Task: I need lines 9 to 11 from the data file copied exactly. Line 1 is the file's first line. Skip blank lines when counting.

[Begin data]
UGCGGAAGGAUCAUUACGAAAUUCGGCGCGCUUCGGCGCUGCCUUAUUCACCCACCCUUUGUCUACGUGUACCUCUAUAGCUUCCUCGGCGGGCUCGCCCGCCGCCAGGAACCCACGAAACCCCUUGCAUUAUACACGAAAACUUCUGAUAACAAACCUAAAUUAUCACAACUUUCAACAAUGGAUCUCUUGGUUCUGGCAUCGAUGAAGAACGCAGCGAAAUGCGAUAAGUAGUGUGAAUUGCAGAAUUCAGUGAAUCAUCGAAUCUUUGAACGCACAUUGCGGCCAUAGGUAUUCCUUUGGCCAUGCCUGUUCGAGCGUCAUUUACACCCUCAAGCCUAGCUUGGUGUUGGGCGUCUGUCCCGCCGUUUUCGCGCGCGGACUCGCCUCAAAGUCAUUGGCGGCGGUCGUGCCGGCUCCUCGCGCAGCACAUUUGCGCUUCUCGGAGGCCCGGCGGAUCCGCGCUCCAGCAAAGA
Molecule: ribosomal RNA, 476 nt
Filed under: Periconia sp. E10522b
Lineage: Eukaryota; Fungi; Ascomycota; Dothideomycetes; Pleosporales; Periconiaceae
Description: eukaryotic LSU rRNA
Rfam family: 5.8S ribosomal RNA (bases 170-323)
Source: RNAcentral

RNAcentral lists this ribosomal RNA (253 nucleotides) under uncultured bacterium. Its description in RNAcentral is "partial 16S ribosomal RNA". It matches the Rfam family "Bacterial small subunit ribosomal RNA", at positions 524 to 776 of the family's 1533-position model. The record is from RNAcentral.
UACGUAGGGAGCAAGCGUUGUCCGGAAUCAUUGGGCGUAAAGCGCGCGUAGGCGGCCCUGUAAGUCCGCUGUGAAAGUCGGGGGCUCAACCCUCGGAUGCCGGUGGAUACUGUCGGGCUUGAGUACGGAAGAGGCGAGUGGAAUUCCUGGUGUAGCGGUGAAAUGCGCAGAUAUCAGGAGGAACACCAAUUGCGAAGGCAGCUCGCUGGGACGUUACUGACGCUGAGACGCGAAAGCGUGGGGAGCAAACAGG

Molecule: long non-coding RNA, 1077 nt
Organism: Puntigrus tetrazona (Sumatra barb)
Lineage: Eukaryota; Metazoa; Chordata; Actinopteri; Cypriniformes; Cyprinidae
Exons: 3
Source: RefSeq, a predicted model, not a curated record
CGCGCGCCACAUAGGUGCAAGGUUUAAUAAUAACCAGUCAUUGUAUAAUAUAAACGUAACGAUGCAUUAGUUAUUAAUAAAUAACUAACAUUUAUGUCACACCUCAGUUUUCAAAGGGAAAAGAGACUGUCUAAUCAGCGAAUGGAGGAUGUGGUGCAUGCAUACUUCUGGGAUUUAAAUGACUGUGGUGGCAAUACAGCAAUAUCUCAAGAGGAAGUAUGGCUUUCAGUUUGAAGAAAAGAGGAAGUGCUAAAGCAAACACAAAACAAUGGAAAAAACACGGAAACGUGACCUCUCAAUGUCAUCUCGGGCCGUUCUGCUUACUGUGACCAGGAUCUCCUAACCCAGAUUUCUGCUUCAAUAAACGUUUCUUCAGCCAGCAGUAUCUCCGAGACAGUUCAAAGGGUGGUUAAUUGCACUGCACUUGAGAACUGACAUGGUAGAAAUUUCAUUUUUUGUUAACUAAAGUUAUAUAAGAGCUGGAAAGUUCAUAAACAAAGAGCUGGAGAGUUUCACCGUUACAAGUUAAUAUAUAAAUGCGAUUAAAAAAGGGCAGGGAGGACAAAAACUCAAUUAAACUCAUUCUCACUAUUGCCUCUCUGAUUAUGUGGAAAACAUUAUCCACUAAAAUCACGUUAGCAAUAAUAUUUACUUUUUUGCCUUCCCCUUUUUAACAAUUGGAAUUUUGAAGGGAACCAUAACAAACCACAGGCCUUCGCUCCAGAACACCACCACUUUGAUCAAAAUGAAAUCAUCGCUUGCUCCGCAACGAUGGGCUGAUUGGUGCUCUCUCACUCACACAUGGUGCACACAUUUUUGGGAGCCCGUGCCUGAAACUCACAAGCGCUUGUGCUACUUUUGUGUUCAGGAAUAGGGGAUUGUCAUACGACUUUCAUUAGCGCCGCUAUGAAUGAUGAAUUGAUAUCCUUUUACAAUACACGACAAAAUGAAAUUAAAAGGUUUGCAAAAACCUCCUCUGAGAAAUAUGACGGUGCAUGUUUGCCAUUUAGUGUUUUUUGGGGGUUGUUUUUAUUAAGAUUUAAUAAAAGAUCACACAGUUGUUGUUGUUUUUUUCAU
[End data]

UACGUAGGGAGCAAGCGUUGUCCGGAAUCAUUGGGCGUAAAGCGCGCGUAGGCGGCCCUGUAAGUCCGCUGUGAAAGUCGGGGGCUCAACCCUCGGAUGCCGGUGGAUACUGUCGGGCUUGAGUACGGAAGAGGCGAGUGGAAUUCCUGGUGUAGCGGUGAAAUGCGCAGAUAUCAGGAGGAACACCAAUUGCGAAGGCAGCUCGCUGGGACGUUACUGACGCUGAGACGCGAAAGCGUGGGGAGCAAACAGG

Molecule: long non-coding RNA, 1077 nt
Organism: Puntigrus tetrazona (Sumatra barb)